The $1.55 billion acquisition of Aviva USA Corp. and its subsidiaries, including Aviva Life and Annuity Co., by Athene Holding Ltd. got the green light from Iowa’s insurance regulators today. The acquisition is subject to tightened conditions and restrictions, including a review of all money exiting the annuity company, and a bolstering of reserve requirements.
Athene is affiliated with alternative investment manager (AIM) Apollo Global Management LLC through Athene Asset Management LLC.
State insurance regulators, alarmed at recent low-cost purchases of depressed annuity firms for the fast-growing indexed annuity products, coupled with their well-publicized purchases of sports and entertainment franchises with some insurance company money, are seeking to batten down the hatches in their approvals of these deals and their subsequent regulation.
The National Association of Insurance Commissioners (NAIC) is also looking into these transactions via a new subgroup.
Under the terms announced today, Aviva cannot — without prior approval from the commissioner — pay dividends or other distributions for five years, change its plan of operations or make investments, payments or agreements to or with affiliates.
The risk-based capital minimum level will rise to 400 percent, above the average minimum of 250 percent RBC but below the 450 percent the New York regulators are now requiring of AIMs and hedge fund annuity buyers.
Athene also had agreed to voluntarily increase policy reserves by an additional $150 million. The company will also submit to a capital management agreement for capital and surplus requirements.
Also, all non-variable deferred annuities containing guaranteed minimum death benefits or withdrawal benefits issued by Aviva beginning Jan, 1. 2014, must meet the stricter reserving standards of Actuarial Guideline 33.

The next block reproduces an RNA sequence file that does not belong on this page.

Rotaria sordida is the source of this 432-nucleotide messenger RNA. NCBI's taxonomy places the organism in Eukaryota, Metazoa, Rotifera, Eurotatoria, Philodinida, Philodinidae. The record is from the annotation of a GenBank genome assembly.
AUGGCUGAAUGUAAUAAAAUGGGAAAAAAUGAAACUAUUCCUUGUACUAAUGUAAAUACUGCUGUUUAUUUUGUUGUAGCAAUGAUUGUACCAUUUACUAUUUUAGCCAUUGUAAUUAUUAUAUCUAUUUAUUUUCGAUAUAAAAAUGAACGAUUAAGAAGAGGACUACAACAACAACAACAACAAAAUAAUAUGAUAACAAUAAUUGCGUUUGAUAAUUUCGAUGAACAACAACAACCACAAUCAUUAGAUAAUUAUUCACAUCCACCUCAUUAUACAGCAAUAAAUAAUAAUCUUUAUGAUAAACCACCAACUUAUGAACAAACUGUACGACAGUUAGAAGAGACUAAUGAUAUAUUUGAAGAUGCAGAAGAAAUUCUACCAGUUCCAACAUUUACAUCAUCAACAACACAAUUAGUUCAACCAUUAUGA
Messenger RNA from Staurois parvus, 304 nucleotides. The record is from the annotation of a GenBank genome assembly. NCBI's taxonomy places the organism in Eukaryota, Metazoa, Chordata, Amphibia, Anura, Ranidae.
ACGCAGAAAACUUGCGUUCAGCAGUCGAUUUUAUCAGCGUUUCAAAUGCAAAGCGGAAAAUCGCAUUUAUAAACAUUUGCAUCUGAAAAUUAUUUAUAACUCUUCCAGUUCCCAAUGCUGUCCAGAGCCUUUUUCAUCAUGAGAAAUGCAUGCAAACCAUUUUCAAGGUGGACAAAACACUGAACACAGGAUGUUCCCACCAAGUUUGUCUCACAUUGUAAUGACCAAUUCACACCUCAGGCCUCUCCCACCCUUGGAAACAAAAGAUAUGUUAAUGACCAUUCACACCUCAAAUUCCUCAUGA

Going forward, all domestic companies now must comply with AG 33 for their non-variable annuities containing these features as Commissioner Nick Gerhart has written, “any company applying for the use of Actuarial Guideline 43 for these products will not have their application approved for the foreseeable future.”
Aviva, as well as others, have been using AG 43. As reported by the Des Moines Register, AG 33 is stricter and requires insurers to set their reserves for the worst-case scenario, while AG 43 is described as “less demanding and allows more money to be diverted from reserves to other uses, while requiring more capital,” according to the report.
The NAIC confirmed some insurers’ use of AG 43 for indexed products, stating AG 43 is “more principle-based” and AG 33 is more formula-based. The NAIC’s long-term plan is to develop principle-based valuation standards for non-variable annuities. The goal is to develop a new section of the Valuation Manual that will supersede AG 33 for non-variable annuities issued after its adoption.
According to Iowa First Deputy Commissioner Jim Mumford, this will be true for domestic companies, but the division has not talked yet with non-domiciled insurers such as Security Benefit Life in Kansas, (a Guggenheim Partners company) Mumford said.
Guggenheim’s Mark Walter led a group of investors including Magic Johnson, the pro basketball Hall of Famer, and Stan Kasten, the team’s president and CEO, in a purchase of the Los Angeles Dodgers. The new owner is listed as Guggenheim Baseball in an over-$2 billion deal that many news reports suggested was an inflated price considering the team’s estimated value.
Fox News reported the deal left many people “scratching their heads” and it did not go unnoticed in insurance circles, too, as detailed in an April 2012 article by Andrew Ross Sorkin for the New York Times. Walter was quoted in the NY Times earlier as stating, “I don’t want to realize a return on investment on buying the Dodgers. I want to have a multigenerational relationship that changes my life, Magic’s life, Magic’s grandchildren’s lives and all of our lives.” Guggenheim and its affiliate declined questions and an interview about the deal and Security Benefit’s role. The NY Times reported insurance money was used in the deal.
The Iowa Insurance Division and the commissioner have decided they “wanted to have stronger reserves in the company,” Mumford said, describing why regulators asked Aviva to go back to AG 33.